Ten Tips for New Hire Flight Attendants

Last week, my base welcomed our first round of New Hires in almost two years. 
Those of us at the bottom of the seniority ladder are SO EXCITED they're here. 
These new kids improve our chances of holding weekends off, getting trips we want, and they bump us up closer to the mythical "line holder" seniority level we've been dreaming of for two years. 

Ten Tips for New Hire Flight Attendants:

1. Get a distinctive ringtone for Crew Scheduling.

I went with the theme from "Archer" because it always feels like they're sending me on missions. The downside is that I now can't watch Archer without having a mini panic attack when the theme plays. Chose a ringtone or song that you don't mind ruining as an anxiety trigger for the rest of your life.

2. Be physically active.

The thing that surprised me the most when I started this job was just how physical it is. Walking miles dragging bags in high heels, lifting bags, hauling 300lb carts, getting down on the ground to fix things, and more. That activity plus the sheer physical task of traveling all. the. time. makes this job a very physically tasking one.
When you factor in the physical requirements of an emergency situation on top of the day to day haul, you need to be physically fit to do this job well.
Get some cardio in at the hotel gym, eat fruits and vegetables (that have not been fried), and get as much walking in as possible during your layovers.

3. Explore new things during your layovers and in your base.

You need to make sleep a priority, but when you're in a new city you should get out and EXPLORE! My go-to move is getting to the hotel, changing into a weather appropriate outfit, and using Yelp to find a place to get some good food within a mile or two of my hotel. I'll then map walking directions to that food place. Depending on the area, I'll check with the front desk of the hotel to see if the route is safe and walkable, and then I venture out! 
Tip: to look like a local instead of a tourist, pop some headphones in, but keep the volume low enough that you can still clearly hear everything going on around you. 

In your new base, ask co-workers where you should live/eat/play and don't be afraid to use modern technology to help! I picked up a nice young man on my second night in Philly thanks to a popular dating app, and now we've been dating for two years. There are multiple apps to help you make new friends in cities too!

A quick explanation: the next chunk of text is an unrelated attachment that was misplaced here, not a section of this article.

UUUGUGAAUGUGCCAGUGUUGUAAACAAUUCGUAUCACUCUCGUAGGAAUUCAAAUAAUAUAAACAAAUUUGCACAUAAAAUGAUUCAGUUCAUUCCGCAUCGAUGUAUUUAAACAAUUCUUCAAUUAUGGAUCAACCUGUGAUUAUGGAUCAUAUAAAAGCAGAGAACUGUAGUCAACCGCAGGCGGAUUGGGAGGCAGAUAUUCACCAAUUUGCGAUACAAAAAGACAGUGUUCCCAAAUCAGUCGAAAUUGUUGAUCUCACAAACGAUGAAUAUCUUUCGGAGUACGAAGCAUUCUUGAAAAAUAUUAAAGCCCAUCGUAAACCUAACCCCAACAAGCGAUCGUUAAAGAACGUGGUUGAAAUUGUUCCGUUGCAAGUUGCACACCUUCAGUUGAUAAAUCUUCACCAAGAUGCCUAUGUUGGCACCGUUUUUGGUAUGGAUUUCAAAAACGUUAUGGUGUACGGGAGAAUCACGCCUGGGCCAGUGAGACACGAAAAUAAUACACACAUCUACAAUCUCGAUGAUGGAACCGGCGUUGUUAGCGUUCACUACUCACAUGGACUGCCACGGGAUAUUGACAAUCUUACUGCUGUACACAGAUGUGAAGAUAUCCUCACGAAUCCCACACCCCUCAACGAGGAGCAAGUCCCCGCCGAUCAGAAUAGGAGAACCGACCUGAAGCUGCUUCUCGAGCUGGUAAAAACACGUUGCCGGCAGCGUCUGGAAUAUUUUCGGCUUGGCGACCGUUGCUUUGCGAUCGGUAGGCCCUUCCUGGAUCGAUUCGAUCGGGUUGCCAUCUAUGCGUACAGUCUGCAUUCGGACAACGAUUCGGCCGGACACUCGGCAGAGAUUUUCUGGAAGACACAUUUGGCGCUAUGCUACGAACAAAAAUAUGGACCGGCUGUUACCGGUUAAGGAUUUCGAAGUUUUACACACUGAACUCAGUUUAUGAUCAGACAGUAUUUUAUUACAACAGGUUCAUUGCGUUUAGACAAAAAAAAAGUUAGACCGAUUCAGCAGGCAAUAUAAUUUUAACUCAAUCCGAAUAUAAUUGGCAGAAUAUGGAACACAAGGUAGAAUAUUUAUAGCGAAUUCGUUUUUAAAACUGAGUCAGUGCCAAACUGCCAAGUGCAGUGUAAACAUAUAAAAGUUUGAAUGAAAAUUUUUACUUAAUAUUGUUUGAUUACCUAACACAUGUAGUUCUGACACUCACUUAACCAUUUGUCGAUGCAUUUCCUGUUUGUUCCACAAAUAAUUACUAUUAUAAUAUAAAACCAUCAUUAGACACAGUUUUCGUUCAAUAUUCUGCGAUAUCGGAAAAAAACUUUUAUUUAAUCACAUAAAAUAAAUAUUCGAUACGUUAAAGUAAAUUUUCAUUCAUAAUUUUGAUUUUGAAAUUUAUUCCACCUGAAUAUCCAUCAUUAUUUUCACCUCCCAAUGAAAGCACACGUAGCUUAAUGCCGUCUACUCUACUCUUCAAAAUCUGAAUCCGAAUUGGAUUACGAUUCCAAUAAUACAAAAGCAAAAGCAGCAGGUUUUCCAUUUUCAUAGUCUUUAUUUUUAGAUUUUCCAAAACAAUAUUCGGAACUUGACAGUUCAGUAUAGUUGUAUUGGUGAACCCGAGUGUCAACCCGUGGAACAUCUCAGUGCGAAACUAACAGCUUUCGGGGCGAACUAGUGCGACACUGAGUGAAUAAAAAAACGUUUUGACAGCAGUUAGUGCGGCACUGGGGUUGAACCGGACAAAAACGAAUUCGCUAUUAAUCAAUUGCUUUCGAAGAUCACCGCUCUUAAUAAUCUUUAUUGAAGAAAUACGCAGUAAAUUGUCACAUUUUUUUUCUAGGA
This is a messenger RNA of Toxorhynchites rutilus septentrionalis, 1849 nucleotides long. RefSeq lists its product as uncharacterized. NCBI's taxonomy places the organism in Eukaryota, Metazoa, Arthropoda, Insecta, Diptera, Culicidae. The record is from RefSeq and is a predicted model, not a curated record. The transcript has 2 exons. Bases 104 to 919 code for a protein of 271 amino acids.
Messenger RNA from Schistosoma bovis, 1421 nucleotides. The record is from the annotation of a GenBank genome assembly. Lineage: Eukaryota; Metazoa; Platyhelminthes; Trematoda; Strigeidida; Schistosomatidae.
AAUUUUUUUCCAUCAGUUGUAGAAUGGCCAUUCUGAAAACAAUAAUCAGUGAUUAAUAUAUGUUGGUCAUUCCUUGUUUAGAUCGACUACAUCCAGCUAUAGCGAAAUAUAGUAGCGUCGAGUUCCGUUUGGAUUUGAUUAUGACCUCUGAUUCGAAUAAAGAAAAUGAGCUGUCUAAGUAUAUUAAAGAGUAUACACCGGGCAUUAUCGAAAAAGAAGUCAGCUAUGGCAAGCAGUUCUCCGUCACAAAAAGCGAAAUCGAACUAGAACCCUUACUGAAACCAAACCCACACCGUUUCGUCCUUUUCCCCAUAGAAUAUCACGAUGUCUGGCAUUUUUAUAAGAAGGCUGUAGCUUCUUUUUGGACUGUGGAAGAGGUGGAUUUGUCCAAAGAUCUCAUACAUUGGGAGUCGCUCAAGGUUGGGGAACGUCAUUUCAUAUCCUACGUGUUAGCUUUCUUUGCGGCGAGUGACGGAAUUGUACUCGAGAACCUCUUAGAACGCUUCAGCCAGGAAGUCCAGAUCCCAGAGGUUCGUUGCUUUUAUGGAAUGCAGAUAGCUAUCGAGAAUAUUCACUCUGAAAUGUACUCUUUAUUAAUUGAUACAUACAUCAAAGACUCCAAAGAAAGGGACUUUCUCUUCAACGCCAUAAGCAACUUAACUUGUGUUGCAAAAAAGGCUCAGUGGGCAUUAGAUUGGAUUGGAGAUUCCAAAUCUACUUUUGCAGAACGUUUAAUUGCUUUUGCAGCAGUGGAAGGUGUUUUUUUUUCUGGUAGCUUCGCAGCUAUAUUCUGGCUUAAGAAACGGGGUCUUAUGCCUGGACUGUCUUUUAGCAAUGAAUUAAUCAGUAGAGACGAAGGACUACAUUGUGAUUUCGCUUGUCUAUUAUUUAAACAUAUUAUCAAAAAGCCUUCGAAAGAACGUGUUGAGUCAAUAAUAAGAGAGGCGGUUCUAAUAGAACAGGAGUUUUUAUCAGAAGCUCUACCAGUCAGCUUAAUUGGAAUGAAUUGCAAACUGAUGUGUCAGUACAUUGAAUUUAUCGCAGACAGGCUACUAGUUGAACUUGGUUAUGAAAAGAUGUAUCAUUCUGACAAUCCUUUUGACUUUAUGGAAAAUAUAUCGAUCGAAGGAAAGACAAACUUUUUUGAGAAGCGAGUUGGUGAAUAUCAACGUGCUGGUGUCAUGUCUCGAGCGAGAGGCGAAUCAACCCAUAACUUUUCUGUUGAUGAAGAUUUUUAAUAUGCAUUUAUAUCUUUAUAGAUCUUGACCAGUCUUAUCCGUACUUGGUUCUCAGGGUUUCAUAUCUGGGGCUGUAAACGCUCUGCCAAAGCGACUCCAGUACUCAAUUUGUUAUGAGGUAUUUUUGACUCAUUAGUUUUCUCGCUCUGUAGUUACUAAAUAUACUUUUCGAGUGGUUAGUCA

One of my goals for 2017 is to eat Ramen in every city possible.

4. Try to save a little money for the slower months.

During the summer we fly more and therefore make more money. During the winter months there are fewer flights and less money. Plan accordingly.

5. Download your monthly schedules at the end of the month.

For tax purposes, you need to know every single layover you had all year. The simplest way is to just keep track every single month.

6. Always screenshot your pairing/sequence at the start of a trip.

Sometimes Crew Scheduling likes to pull some shady stuff. Make sure you have a record of what you were actually assigned so that you can pay claim/ sort things out.

7. Learn your computer system and your contract inside and out.

Crew Schedulers are human. They make mistakes just like we all do. They'll try to give you trips you're illegal for. They'll try to assign things out of order, simply because they don't know any better.
Be ready to question things respectfully by asking what page of your contract allows what's happening. If something seems incorrect, ask about it! Know how to use your computer system to bid

8. Create a packing system that works for you. 

You will lose your mind and all your stuff if you don't have a place for everything so that you can make sure everything is in it's place before you check out of your hotel room.
I have some suggestions for how to make that happen as a Flight Attendant.

9. Rely on your co-workers and ASK QUESTIONS if you aren't sure about something.

We all remember our first working flight. We all remember what it was like to feel unsure. Ask other flight attendants for help or to explain things to you if you're confused. Whether that's on the aircraft, in the galley, in the crew room, in a briefing, or at home when scheduling assigns you something that doesn't feel right. Use your resources! Reach out to your coworkers on Facebook if you can't find one nearby in person- there are so many people who will help you get this right. Just please don't bring your notes from training on your first flight. You'll look like a dork.

10. You are not alone, this is an overwhelming life change.

Becoming a Flight Attendant isn't just starting a new job. It's starting a new job in a new city, away from your support system at home, in a high pressure environment, where people's lives are in your hands. To top it off, you're never sure where you'll be when and you're constantly in motion. 
Everything feels strange and new and exciting, but it can also produce a lot of anxiety and sadness.

This is a big deal. It can be really hard, but you aren't alone. Every single FA flying has been through what you're going through.
Don't be afraid to reach out to your friends or to senior flight attendants to ask for advice or help.
We want you to succeed and we want you to flourish- we're a family connected by wings. 

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